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Analytic Issues for Clinical Use of B-Type Natriuretic Peptide and N-Terminal Pro B-Type Natriuretic Peptide

  • Johannes Mair
Part of the Contemporary Cardiology book series (CONCARD)

Abstract

B-type natriuretic peptide (BNP) and the N-terminal fragment of its prohormone (NT-proBNP) have emerged as the preferred candidates for diagnosis of heart failure, as well as other clinical applications. Several commercially available assays have been developed for point-of-care determination as well as for high-throughput automated laboratory platforms. Knowledge of preanalytic and analytic issues as well as sources of inter— and intraindividual variability in BNP and NT-proBNP is crucial for clinicians to allow correct interpretation of test results in routine practice. A few practical points for the clinical use of BNP and NT-proBNP include the following: Blood sampling may be performed without a standardized period of rest or posture. However, heavy physical exercise should be avoided before blood sampling. Blood for BNP determination must be collected in EDTA-coated plastic tubes, whereas for NT-proBNP serum or plasma collected in glass or plastic tubes is acceptable. Although the available assays for BNP correlate closely, owing to lack of assay standardization no two BNP assays are analytically equivalent at present. Therefore, reference and decision limits cannot be translated from one BNP assay to another. The stability of BNP is, to some extent, dependent on the assay used and requires refrigeration if samples are to be tested more than 4 h after sampling. NT-proBNP is stable for 2 d at room temperature. Because of analytic imprecision and biological variation, only NT-proBNP changes >25% from baseline and BNP concentration changes >40% correlate well with clinical course in follow-up of patients with heart failure. Erroneous test results with BNP or NT-proBNP assays are very rare but may occur from analytic inferences, such as the presence of fibrin strands or heterophilic antibodies and autoantibodies in patient samples.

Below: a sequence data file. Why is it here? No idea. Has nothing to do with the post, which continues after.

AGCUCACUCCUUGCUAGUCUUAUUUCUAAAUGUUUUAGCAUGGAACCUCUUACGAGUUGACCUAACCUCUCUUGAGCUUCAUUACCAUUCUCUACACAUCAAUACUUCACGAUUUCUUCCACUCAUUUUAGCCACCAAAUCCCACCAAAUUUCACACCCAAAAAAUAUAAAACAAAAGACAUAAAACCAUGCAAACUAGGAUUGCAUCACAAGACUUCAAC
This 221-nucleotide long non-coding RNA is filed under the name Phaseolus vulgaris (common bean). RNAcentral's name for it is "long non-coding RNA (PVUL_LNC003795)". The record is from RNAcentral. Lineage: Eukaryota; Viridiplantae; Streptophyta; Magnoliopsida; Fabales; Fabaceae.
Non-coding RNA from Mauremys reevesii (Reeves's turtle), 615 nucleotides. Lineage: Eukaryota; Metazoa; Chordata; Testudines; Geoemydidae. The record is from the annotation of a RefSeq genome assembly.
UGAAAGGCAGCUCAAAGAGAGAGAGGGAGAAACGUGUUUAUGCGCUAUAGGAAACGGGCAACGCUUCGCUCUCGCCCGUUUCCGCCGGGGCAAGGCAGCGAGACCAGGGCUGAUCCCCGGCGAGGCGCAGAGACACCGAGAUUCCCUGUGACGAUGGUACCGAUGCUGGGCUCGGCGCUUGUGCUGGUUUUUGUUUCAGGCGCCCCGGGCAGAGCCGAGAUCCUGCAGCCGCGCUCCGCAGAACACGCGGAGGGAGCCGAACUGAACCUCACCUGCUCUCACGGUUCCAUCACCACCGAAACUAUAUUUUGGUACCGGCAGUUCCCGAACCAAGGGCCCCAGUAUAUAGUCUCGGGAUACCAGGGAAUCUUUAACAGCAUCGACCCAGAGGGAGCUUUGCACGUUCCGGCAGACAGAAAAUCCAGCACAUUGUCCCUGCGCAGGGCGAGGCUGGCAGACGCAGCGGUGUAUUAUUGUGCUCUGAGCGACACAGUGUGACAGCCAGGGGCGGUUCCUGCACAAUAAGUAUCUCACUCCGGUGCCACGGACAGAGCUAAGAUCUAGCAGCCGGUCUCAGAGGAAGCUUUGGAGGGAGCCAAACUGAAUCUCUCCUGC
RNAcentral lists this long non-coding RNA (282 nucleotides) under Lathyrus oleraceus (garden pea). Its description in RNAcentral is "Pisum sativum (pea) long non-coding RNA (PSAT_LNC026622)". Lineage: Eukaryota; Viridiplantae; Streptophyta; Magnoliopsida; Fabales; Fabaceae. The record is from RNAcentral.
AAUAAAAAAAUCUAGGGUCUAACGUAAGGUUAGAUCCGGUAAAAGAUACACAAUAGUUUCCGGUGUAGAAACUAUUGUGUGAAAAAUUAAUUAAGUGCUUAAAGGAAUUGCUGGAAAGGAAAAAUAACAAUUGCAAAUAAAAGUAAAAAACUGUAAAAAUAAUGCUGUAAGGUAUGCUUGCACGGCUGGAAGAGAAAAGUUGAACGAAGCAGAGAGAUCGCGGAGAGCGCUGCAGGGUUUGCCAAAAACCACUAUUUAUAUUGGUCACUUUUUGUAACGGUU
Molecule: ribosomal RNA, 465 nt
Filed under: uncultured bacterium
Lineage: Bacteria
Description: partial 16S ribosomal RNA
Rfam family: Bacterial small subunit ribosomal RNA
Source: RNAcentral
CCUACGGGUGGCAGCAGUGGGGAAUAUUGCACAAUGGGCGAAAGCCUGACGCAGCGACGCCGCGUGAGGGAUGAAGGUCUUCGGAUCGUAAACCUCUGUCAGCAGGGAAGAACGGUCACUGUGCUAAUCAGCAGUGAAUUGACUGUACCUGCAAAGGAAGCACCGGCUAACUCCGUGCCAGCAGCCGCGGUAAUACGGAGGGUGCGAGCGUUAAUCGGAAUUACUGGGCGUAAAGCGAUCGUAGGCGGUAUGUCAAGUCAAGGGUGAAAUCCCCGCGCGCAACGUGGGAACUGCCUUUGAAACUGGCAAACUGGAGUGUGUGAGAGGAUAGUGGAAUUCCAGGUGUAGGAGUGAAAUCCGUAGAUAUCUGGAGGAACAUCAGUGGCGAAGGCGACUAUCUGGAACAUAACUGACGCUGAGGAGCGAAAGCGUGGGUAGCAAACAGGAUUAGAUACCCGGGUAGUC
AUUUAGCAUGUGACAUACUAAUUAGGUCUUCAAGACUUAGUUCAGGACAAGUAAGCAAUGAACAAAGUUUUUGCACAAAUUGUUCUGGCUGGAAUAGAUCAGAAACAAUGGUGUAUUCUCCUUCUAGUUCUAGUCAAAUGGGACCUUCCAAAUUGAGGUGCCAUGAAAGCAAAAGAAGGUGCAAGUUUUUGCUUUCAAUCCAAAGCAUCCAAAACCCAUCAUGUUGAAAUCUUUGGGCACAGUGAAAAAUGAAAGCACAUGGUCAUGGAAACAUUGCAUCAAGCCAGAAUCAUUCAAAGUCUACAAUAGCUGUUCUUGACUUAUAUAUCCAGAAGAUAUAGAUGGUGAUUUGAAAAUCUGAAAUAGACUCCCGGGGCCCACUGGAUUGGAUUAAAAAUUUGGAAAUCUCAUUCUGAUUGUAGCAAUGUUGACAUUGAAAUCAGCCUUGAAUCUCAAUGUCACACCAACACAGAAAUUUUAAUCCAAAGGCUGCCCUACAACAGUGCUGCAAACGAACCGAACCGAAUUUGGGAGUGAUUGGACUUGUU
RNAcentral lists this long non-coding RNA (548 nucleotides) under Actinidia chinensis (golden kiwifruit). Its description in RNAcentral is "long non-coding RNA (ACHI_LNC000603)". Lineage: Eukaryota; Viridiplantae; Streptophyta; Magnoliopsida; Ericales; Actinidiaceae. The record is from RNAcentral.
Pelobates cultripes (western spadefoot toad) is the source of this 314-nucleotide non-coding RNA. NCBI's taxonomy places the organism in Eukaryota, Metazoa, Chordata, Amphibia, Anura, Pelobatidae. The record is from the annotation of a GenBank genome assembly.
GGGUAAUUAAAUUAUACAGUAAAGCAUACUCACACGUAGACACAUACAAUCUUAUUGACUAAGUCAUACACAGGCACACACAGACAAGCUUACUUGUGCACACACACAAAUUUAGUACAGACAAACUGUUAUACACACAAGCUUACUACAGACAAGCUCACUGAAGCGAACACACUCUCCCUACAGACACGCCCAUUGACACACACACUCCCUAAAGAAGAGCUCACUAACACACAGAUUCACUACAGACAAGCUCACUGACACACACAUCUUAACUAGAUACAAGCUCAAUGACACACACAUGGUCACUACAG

Key Words

Natriuretic peptides B-type natriuretic peptide NT-proBNP imprecision interference standardization reference limit 

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Copyright information

© Humana Press Inc., Totowa, NJ 2006

Authors and Affiliations

  • Johannes Mair
    • 1
  1. 1.Clinical Division of CardiologyInnsbruck Medical UniversityInnsbruckAustria

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